Materials and Methods
Levosimendan-induced vasorelaxation of PAs and PVs was studied in precision-cut lung slices from guinea pigs by videomicroscopy; baseline luminal area was defined as 100%. Intracellular cAMP- and cGMP-levels were measured by ELISA and NO end products were determined by the Griess reaction.
Levosimendan relaxed control PVs (116%) and those pre-constricted with an endothelinA-receptor agonist (119%). PAs were only relaxed if pre-constricted (115%). Inhibition of KATP-channels (glibenclamide), adenyl cyclase (SQ 22536) and protein kinase G (KT 5823) largely attenuated the levosimendan-induced relaxation in control PVs, as well as in pre-constricted PAs and PVs. Inhibition of BKCa2+-channels (iberiotoxin) and Kv-channels (4-aminopyridine) only contributed to the relaxant effect of levosimendan in pre-constricted PAs. In both PAs and PVs, levosimendan increased intracellular cAMP- and cGMP-levels, whereas NO end products remained unchanged. Notably, basal NO-levels were higher in PVs. The KATP-channel activator levcromakalim relaxed PAs dependent on cAMP/PKA/PKG and increased cAMP-levels in PAs.
Levosimendan initiates complex and divergent signaling pathways in PAs and PVs. Levosimendan relaxes PAs and PVs primarily via KATP-channels and cAMP/cGMP; in PAs, BKCa2+- and Kv-channels are also involved. Our findings with levcromakalim do further suggest that in PAs the activation of KATP-channels leads to the production of cAMP/PKA/PKG. In conclusion, these results suggest that levosimendan might reduce right ventricular afterload by relaxation of PAs as well as pulmonary hydrostatic pressure and pulmonary edema by relaxation of PVs.
High costs still limits the widespread use of xenon in the clinical practice. Therefore, we evaluated xenon consumption of different delivery modes during general surgery.
A total of 48 patients that underwent general surgery with balanced xenon anaesthesia were retrospectively analysed according to the mode of xenon delivery during maintenance phase (ECO mode, AUTO mode or MANUAL mode).
Xenon consumption was highest during the wash-in phase (9.4 ± 2.1l) and further decreased throughout maintenance of anaesthesia. Comparison of different xenon delivery modes revealed significant reduced xenon consumption during ECO mode (18.5 ± 3.7L (ECO) vs. 24.7 ± 11.5L (AUTO) vs. 29.6 ± 14.3L (MANUAL); p = 0.033). No differences could be detected with regard to anaesthetic depth, oxygenation or performance of anaesthesia.
The closed-circuit respirator Felix Dual offers effective reduction of xenon consumption during general surgery when ECO mode is used.
Anaesthesia; Xenon; Closed-circuit respirator
The use of PCC for the treatment of trauma-induced coagulopathy potentially increase the risk of thromboembolism and disseminated intravascular coagulation, which is addressed to an imbalance of both pro- and anticoagulants. As PCCs differ in composition, we used an in vitro dilutional approach to assess the overall thrombin generation of five different PCCs through various laboratory assays.
The vitamin K-dependent coagulation factors, heparin, and antithrombin were assessed in five commercially available PCCs. The procoagulant potential of the PCCs was assessed in plasma and whole blood from 4 healthy donors by means of classical coagulation assays, thrombin generation assay and thromboelastometry. In order to reflect coagulopathy, whole blood was diluted to 80, 60, 40, and 20% with Ringer’s lactate solution.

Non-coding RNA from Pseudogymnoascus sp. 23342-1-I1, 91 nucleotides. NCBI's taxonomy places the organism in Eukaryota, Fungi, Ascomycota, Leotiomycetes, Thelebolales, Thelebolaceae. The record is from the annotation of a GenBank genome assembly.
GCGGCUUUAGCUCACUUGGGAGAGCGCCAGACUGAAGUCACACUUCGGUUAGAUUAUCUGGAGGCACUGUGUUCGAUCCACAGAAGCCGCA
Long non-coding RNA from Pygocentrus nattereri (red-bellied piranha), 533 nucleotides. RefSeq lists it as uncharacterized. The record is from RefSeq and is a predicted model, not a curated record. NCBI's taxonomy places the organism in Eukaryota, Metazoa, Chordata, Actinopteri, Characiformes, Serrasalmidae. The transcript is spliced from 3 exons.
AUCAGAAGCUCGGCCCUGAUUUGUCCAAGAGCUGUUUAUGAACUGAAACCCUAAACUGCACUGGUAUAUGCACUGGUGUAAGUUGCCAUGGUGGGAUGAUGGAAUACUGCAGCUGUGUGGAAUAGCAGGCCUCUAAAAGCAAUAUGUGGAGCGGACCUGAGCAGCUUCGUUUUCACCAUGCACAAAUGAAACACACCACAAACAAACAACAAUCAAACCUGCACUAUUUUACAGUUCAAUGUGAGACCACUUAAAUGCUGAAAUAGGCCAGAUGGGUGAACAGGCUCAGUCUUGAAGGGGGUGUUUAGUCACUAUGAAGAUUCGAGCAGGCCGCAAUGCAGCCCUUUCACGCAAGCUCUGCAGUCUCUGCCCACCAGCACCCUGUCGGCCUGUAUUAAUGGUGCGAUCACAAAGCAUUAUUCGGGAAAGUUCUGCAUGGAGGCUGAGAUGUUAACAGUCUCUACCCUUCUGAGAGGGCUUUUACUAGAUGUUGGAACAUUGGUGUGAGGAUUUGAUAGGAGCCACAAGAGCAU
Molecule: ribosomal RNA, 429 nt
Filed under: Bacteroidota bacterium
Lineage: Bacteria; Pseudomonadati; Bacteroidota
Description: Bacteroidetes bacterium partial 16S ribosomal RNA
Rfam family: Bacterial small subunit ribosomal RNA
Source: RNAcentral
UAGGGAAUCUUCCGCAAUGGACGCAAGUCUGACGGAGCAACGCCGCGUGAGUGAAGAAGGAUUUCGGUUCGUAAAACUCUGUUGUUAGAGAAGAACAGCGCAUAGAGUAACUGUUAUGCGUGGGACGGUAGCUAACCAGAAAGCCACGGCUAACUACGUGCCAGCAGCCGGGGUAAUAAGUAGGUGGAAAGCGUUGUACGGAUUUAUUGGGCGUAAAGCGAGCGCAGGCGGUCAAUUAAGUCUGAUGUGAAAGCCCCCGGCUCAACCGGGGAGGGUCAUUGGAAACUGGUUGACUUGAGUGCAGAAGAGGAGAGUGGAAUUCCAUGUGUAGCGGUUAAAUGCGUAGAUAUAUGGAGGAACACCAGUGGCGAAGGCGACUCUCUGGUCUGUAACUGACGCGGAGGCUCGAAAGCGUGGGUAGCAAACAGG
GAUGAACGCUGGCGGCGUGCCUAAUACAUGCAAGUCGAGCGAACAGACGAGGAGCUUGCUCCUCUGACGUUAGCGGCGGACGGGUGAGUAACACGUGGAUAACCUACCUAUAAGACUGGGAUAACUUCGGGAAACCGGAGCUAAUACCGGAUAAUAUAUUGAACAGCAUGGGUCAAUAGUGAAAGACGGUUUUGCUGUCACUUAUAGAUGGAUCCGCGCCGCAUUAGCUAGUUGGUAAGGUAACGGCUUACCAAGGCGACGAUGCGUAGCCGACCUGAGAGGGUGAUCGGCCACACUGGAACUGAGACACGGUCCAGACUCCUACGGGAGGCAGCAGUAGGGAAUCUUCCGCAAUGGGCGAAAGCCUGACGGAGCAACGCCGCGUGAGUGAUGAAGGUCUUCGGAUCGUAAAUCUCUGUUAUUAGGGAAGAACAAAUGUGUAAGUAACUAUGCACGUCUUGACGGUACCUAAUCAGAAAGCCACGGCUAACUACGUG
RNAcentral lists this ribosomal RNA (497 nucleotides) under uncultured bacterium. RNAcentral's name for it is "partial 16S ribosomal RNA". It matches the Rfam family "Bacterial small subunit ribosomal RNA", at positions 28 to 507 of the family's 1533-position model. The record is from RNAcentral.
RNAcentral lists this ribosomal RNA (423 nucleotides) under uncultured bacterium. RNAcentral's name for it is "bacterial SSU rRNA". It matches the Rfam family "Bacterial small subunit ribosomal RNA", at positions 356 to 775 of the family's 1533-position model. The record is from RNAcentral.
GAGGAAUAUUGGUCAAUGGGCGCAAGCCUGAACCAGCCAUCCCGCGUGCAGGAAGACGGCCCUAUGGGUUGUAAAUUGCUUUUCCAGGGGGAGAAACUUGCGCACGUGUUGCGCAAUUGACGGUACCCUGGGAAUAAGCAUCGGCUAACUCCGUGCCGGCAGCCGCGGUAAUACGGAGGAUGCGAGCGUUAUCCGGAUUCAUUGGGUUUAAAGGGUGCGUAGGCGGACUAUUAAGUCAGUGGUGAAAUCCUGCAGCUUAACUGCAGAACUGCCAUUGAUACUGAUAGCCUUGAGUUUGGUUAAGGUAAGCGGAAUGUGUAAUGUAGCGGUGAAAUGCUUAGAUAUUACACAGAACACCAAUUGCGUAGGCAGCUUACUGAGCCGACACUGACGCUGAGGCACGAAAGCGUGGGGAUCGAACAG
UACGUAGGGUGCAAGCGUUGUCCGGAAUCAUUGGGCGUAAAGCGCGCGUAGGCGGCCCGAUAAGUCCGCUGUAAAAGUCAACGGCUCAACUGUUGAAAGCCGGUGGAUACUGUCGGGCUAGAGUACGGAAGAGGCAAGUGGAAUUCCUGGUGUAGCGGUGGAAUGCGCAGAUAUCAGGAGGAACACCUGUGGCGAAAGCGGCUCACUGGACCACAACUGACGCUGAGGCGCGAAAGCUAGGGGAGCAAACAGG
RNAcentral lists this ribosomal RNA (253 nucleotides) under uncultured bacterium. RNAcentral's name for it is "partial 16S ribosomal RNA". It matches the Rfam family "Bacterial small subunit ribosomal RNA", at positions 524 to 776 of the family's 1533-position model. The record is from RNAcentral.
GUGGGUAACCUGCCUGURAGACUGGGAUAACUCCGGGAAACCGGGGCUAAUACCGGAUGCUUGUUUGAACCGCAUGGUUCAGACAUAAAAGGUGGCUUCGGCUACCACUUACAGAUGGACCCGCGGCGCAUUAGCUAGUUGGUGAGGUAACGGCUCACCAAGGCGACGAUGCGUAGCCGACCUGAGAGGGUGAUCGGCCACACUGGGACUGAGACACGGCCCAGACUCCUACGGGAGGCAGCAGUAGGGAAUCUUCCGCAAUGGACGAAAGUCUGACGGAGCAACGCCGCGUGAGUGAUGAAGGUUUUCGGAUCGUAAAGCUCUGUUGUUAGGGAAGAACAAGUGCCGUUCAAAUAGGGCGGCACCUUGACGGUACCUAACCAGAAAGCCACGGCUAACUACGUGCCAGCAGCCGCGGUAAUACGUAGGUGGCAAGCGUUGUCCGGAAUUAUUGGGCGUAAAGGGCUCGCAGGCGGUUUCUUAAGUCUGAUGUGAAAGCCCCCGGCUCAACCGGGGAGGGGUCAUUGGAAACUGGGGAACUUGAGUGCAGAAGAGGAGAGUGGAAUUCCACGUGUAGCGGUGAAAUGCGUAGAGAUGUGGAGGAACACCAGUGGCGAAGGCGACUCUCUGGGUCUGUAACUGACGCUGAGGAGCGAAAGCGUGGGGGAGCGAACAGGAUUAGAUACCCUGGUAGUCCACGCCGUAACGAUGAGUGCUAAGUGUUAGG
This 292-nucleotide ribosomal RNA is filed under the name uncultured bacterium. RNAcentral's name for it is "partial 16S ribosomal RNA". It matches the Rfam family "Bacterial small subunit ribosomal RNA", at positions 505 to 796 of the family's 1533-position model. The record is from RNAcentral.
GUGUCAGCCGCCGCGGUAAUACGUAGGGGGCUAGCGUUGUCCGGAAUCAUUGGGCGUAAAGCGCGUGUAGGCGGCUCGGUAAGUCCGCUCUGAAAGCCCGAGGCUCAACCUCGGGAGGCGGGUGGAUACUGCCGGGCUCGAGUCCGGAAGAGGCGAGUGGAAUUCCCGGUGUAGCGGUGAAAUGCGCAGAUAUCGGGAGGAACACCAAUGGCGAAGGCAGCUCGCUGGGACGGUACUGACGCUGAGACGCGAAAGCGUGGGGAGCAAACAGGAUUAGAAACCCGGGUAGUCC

The five different PCCs were characterised by comparable levels of factors II, VII, IX and X (all around 20–30 IU/mL), whereas the heparin (0 to 17.6 IU/mL) and antithrombin (0.06 to 1.29 IU/mL) levels were remarkably different between manufactures. In vitro dilution of blood induced a prolongation of the PT and aPTT, and attenuation of thrombin generation and ExTem induced thromboelastometry. Overall, non- or low-heparin containing PCCs restored the in vitro dilutional coagulopathy, whereas PCCs containing heparin have an anticoagulant effect. The thrombin generation assay showed to be the most sensitive method for assessment of PCC effects.
This study shows that most available PCCs are not balanced regarding their pro- and anticoagulants. The effect of measured differences in thrombin generation among different PCCs requires further investigations to elaborate the clinical meaning of this finding in the treatment of trauma induced coagulopathy.
Evidence-based recommendations are needed to guide the acute management of the bleeding trauma patient. When these recommendations are implemented patient outcomes may be improved.
The multidisciplinary Task Force for Advanced Bleeding Care in Trauma was formed in 2005 with the aim of developing a guideline for the management of bleeding following severe injury. This document represents an updated version of the guideline published by the group in 2007 and updated in 2010. Recommendations were formulated using a nominal group process, the Grading of Recommendations Assessment, Development and Evaluation (GRADE) hierarchy of evidence and based on a systematic review of published literature.
Key changes encompassed in this version of the guideline include new recommendations on the appropriate use of vasopressors and inotropic agents, and reflect an awareness of the growing number of patients in the population at large treated with antiplatelet agents and/or oral anticoagulants. The current guideline also includes recommendations and a discussion of thromboprophylactic strategies for all patients following traumatic injury. The most significant addition is a new section that discusses the need for every institution to develop, implement and adhere to an evidence-based clinical protocol to manage traumatically injured patients. The remaining recommendations have been re-evaluated and graded based on literature published since the last edition of the guideline. Consideration was also given to changes in clinical practice that have taken place during this time period as a result of both new evidence and changes in the general availability of relevant agents and technologies.
A comprehensive, multidisciplinary approach to trauma care and mechanisms with which to ensure that established protocols are consistently implemented will ensure a uniform and high standard of care across Europe and beyond.